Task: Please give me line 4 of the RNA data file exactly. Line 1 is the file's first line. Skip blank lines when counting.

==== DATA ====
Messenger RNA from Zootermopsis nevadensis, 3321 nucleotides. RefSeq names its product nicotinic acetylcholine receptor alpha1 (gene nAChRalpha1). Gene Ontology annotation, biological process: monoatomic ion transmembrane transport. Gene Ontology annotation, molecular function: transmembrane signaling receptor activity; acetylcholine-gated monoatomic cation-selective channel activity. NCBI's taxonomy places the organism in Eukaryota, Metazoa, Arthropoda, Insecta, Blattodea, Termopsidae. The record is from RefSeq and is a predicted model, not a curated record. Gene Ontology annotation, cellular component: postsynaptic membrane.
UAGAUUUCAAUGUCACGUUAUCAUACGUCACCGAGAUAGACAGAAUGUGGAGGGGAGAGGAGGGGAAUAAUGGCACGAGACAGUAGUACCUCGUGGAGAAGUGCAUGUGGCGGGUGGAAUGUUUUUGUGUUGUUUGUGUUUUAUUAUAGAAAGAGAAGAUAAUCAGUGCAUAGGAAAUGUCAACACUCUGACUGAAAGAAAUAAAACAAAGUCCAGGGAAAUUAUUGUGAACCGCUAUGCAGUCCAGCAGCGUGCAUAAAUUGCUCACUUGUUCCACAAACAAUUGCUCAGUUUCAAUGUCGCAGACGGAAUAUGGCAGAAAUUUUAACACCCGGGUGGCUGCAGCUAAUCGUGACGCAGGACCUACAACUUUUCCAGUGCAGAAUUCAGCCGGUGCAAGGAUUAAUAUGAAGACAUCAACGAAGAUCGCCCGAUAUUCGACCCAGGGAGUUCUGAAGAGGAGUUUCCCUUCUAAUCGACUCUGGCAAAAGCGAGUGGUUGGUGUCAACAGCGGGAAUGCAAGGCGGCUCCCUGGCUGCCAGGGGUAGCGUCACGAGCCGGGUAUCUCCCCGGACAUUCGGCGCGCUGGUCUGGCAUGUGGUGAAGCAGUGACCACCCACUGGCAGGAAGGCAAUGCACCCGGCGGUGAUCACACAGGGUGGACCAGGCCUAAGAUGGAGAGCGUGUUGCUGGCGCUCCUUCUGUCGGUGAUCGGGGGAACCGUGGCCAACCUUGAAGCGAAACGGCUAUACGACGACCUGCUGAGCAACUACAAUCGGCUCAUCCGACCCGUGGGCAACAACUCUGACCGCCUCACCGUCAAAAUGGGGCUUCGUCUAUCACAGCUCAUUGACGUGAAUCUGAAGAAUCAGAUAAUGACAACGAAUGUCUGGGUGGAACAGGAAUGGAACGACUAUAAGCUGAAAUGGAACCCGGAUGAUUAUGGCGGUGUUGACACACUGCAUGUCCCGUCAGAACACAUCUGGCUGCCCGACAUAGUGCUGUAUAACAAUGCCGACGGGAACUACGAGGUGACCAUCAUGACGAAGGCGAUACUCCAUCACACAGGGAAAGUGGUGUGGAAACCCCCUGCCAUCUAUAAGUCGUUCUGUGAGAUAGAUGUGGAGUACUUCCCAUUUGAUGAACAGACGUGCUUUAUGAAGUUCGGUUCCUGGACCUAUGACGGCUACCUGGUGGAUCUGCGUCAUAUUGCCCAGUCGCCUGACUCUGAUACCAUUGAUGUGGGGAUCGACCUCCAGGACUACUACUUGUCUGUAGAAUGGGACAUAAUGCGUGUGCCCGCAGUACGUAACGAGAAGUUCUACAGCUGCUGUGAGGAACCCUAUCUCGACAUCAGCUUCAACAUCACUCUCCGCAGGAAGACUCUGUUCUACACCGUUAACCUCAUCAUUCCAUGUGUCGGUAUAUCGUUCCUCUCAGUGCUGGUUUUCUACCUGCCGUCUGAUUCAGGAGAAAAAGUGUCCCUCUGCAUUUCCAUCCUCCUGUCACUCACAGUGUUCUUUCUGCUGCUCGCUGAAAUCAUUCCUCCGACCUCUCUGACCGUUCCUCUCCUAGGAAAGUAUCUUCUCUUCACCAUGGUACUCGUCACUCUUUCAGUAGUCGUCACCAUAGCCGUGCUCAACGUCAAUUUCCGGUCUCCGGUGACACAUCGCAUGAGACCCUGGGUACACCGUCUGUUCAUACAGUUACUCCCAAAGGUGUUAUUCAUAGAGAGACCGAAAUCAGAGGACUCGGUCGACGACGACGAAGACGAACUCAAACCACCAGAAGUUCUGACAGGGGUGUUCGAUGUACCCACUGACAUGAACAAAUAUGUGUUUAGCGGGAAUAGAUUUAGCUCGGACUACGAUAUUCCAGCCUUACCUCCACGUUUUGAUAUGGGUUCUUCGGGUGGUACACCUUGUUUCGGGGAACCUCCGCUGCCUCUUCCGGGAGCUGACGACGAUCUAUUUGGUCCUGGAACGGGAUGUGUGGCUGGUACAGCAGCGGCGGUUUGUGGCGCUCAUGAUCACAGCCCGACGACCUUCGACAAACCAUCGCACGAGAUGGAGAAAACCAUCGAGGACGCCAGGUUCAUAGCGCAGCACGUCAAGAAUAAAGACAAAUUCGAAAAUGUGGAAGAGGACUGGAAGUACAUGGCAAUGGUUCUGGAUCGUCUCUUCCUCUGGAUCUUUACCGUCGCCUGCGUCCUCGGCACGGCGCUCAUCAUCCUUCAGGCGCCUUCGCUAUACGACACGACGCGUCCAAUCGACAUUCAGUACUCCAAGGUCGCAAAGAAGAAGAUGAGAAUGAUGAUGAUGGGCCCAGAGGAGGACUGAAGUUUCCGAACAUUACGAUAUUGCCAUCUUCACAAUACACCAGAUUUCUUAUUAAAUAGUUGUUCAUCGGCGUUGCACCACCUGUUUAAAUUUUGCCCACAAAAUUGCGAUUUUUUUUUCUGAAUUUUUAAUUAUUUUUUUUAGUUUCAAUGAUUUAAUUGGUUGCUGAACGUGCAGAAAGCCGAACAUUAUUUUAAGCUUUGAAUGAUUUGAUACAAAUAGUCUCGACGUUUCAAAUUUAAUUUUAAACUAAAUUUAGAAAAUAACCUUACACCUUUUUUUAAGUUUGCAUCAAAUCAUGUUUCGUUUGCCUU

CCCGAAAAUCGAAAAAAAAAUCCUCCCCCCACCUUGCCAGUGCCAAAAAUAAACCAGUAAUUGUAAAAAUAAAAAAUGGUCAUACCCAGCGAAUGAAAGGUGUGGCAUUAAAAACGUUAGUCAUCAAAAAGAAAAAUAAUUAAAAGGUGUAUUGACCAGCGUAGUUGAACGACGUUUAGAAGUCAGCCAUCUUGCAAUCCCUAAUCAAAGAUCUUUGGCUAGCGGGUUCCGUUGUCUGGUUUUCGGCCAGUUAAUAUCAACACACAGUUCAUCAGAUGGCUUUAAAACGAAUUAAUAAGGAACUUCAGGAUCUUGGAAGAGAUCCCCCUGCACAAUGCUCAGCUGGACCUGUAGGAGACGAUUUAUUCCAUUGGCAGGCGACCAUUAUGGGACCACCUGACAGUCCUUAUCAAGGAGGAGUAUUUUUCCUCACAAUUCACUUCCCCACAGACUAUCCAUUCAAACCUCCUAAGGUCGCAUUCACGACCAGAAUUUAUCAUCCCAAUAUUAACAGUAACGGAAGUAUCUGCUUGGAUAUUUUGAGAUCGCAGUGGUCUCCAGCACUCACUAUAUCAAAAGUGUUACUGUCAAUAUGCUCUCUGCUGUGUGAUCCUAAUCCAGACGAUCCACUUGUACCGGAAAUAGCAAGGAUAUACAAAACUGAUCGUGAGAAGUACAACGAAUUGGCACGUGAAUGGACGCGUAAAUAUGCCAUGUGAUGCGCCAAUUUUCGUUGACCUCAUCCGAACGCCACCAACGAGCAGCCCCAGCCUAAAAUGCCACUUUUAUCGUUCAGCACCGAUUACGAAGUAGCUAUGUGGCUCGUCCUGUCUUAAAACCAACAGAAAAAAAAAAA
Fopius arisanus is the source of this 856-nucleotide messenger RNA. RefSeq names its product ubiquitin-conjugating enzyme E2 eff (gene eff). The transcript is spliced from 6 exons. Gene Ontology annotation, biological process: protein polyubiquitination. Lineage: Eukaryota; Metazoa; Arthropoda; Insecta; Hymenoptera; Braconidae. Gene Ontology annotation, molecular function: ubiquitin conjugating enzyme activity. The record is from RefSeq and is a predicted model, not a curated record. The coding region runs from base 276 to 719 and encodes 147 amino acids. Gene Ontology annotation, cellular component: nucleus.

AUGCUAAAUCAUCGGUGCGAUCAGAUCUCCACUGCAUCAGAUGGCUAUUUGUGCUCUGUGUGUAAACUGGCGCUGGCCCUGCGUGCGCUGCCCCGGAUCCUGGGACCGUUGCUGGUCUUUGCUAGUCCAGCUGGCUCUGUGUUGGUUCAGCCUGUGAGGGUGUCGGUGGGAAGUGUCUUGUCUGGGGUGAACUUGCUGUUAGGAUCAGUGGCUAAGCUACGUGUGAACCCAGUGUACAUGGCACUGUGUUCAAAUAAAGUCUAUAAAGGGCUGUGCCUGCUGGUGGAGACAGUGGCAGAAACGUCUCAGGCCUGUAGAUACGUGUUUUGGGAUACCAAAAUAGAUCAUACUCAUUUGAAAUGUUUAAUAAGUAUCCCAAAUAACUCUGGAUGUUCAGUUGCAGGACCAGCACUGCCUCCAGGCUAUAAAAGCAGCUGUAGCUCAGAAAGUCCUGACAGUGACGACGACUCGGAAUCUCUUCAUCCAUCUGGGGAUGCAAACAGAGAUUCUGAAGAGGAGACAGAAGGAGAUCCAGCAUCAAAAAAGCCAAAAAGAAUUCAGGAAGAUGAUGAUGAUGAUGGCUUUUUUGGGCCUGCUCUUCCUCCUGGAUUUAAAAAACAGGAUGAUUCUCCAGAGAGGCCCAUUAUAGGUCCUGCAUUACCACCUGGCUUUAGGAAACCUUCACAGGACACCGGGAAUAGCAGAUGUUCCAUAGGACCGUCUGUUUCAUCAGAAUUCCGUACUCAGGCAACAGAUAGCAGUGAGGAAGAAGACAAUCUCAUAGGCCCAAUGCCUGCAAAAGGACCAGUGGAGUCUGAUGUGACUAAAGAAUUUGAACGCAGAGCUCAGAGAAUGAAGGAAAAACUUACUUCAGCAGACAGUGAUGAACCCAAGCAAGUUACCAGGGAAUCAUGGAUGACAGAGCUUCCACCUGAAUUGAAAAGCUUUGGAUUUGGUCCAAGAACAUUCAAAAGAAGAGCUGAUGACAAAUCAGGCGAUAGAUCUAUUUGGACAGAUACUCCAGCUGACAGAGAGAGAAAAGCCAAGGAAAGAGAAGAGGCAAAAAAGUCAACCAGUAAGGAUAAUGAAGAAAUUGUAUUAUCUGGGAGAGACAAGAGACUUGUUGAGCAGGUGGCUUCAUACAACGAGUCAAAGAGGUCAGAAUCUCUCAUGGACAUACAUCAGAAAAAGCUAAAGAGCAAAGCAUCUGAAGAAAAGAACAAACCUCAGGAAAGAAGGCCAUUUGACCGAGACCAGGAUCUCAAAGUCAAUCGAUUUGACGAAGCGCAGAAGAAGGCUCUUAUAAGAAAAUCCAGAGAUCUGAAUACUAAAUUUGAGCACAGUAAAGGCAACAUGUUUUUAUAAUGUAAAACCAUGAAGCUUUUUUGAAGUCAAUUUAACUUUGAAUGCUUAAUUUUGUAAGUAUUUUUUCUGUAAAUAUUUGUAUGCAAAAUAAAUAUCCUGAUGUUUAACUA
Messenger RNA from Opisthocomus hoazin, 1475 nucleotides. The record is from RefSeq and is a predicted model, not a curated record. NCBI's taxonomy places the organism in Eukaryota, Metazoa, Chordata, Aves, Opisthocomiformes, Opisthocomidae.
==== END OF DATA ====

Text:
Fopius arisanus is the source of this 856-nucleotide messenger RNA. RefSeq names its product ubiquitin-conjugating enzyme E2 eff (gene eff). The transcript is spliced from 6 exons. Gene Ontology annotation, biological process: protein polyubiquitination. Lineage: Eukaryota; Metazoa; Arthropoda; Insecta; Hymenoptera; Braconidae. Gene Ontology annotation, molecular function: ubiquitin conjugating enzyme activity. The record is from RefSeq and is a predicted model, not a curated record. The coding region runs from base 276 to 719 and encodes 147 amino acids. Gene Ontology annotation, cellular component: nucleus.